FOXBORO -- In 2009, when Jerod Mayo was in his second season, I approached him in the locker room.
After covering the Patriots as a beat writer for 10 seasons, I left for NBCSports.com in 2006. I wasn’t around the Patriots nearly as much. By 2009, the locker room camaraderie that characterized the team from 2000 to 2005 had vanished.
Individually, players weren’t bad, but the team personality in the locker room was toxic.
Cliquish positional factions emerged. Locker room lawyers such as Adalius Thomas and Randy Moss moved to the fore. The retirement of Rodney Harrison and Tedy Bruschi, the trading of Mike Vrabel, Tom Brady’s absence with a blown ACL in 2008 opened a void for a new vibe. It was mildly hostile.
“This place is different,” I said to Mayo. “What happened?”
Mayo wanted to know how it was different. I gave my version. He didn’t get defensive. And he didn’t say he’d change his teammates’ tenor. He just said he’d be available to talk every Thursday.
We finished talking. Mayo then walked over to Randy Moss. Moss by that time didn’t even try to veil his distaste and weariness with just about everything. But as Mayo pulled up a chair and sat down next to Moss, Moss brightened. He squared his chair up to Mayo’s like he’d been waiting for Mayo to show. And the two talked like they were sitting on a front porch, not in the middle of a locker room.
Moss wouldn’t piss on a media member he were on fire. Mayo – a second-year captain - had just let it be known he’d be a lead spokesman with the media if that was necessary. In a locker room loaded with young players looking to players like Moss and AD for approval, Mayo was different. Self-assured.
On Thursday, Bill Belichick articulated the role Mayo’s filled for this team since then.
“He means a lot to our team,” said Belichick. “He’s really the guy that the team probably revolves around more than any other player. Not that there aren’t other players that are instrumental in that but I think he touches pretty much everybody, not just the defensive players but all the guys. Not just the older guys but the younger guys. Even when he was captain in his second year, he had a relationship with the older guys. Even though he’s a more veteran player, he had a relationship with the younger guys like Jamie Collins in addition to other players not at his position. He’s got great work ethic, great presence on the football field and great personality. In a very good way he’s professional but has a very good rapport with the players and the coaches. He’s as well-respected as any players in the locker room and one of the best overall team leaders, players, kind of a glue/chemistry guy that I’ve been around.”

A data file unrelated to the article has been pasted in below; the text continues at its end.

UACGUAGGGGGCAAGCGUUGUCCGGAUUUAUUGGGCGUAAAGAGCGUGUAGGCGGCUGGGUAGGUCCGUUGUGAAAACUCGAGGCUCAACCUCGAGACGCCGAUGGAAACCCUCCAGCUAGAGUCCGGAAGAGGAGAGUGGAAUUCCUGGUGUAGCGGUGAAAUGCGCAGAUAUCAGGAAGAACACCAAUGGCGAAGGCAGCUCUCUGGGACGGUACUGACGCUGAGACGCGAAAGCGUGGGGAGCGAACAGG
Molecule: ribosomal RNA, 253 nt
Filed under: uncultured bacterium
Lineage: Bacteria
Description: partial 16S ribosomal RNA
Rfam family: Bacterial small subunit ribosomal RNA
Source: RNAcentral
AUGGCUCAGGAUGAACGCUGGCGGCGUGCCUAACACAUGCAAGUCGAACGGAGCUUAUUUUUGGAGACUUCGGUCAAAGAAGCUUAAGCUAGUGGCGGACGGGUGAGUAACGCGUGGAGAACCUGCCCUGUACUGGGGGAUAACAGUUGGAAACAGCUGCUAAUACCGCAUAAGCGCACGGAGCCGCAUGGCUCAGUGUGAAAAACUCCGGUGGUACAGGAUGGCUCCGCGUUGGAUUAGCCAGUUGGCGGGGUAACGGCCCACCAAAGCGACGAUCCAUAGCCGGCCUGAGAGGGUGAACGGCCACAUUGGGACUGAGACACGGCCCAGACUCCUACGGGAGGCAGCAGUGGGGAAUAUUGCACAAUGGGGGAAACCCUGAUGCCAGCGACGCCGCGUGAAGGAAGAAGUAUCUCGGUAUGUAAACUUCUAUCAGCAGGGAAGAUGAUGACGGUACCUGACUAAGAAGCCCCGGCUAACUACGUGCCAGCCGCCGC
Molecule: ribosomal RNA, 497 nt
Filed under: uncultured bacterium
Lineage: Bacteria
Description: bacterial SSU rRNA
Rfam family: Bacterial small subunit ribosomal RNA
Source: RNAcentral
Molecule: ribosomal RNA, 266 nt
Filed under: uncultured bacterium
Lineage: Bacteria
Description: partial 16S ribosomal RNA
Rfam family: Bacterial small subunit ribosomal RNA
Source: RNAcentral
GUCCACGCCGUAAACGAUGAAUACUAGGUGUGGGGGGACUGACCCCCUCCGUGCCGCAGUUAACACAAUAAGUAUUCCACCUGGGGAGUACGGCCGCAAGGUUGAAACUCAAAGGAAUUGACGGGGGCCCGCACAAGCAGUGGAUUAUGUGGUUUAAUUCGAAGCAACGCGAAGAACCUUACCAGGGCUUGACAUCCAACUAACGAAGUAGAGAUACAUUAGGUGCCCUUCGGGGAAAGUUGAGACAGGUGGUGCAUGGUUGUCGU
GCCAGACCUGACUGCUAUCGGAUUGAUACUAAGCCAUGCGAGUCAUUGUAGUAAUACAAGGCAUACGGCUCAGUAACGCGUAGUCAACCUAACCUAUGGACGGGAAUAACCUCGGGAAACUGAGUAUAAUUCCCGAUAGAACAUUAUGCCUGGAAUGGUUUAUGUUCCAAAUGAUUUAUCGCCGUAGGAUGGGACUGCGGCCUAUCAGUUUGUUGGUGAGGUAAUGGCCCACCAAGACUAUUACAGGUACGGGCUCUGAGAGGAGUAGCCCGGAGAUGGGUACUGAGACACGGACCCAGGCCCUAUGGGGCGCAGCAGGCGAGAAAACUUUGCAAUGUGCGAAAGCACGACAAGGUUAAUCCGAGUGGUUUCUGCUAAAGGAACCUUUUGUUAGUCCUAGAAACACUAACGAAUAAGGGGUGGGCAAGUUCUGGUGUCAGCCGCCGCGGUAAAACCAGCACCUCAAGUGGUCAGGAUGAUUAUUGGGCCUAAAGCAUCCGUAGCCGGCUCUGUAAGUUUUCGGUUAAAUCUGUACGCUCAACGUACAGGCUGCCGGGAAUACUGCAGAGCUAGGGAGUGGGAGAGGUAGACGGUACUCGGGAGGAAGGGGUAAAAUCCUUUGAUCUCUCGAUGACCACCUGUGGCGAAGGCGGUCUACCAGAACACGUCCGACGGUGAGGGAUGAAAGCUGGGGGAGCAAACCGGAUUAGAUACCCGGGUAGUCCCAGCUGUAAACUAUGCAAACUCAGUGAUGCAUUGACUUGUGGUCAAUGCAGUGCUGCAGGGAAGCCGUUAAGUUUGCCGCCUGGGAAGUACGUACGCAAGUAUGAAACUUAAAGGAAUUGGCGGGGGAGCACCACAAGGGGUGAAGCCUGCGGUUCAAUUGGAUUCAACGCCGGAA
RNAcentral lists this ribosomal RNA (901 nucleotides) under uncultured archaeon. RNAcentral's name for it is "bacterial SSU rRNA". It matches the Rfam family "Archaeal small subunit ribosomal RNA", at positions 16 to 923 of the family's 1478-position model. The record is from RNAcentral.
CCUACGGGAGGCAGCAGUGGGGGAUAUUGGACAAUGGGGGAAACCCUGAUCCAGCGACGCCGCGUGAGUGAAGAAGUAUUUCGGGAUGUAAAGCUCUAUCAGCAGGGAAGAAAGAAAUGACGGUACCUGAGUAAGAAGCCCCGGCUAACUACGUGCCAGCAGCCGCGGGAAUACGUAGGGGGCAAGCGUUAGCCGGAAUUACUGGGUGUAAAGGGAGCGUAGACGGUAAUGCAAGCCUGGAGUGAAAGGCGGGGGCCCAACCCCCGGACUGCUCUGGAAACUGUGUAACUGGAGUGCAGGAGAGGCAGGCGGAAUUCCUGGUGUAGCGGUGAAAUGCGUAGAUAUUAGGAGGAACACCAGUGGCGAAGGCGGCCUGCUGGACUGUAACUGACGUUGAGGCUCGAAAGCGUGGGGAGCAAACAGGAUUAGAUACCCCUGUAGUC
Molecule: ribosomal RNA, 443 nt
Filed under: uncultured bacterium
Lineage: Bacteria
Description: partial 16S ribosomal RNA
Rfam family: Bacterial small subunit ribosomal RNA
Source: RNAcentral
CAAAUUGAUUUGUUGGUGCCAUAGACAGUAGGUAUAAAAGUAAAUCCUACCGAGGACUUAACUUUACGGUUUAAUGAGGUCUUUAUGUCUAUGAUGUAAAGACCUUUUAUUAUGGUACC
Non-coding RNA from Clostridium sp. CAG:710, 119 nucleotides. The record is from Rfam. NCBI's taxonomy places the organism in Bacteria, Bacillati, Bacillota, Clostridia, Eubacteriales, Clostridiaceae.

Since 2009, we’ve become friendly while doing weekly interviews for Quick Slants. Mayo’s accessible. He’s fun. And he doesn’t say a damn thing when the camera is on or off that runs counter to his primary job – linebacker and captain for the New England Patriots. It’s maddening.
For instance, the guy signs an extension a couple years ago, I thought I might get a quick heads-up as the news was imminent. It’s good to have stuff first. But nothing. Why? Because he doesn’t work for me, he works for them and the team doesn’t love that news flying around (unless they leak it).
And even though it doesn’t help me professionally, you can’t help but respect the way he does his business.
Mayo’s been the Defensive Rookie of the Year (2008). He led the NFL in tackles and was All-Pro (2010) and is a two-time Pro Bowler.
All that said, he’s taken some verbal bullets from people expecting more from him on the field. More playmaking. Fewer drag-down tackles 5 yards downfield. Not getting beaten on slants. I’ve fired a few of those bullets.
But while those are the most important aspects of a linebacker’s job, everything in football is causal. Why hasn’t he made more plays? Why is he reactive as a linebacker sometimes and not attacking?
Because, in some instances, there were other responsibilities he was holding down. Last season, after Mayo tore a pec and wound up on IR, a light was shone on some of them. The defense came untethered. Donta Hightower couldn’t set the defense and communicate the way Mayo had. Brandon Spikes was running around like his hair was on fire some plays. Mayo was – and is – the brains of the on-field operation.
That’s why having him back full-go is so important to the team as a whole.
“When you play a position in the middle of the defense, you have to be the main communicator, the person that everything runs through. That’s inherent in the position of linebacker, middle linebacker similar to the quarterback on offense,” Belichick explained. “It’s very important. It’s part of the job. You gotta be able to do that, whether it’s quarterback, center...[Dan] Koppen, [Ryan Wendell], Vince [Wilfork], Bruschi, Jerod, Rodney [Harrison] or Devin McCourty. Those guys are critical for you on the communication from the inside-out.”
If you don’t have someone to hold everything together, it starts to fall apart. With Mayo back, the glue has returned.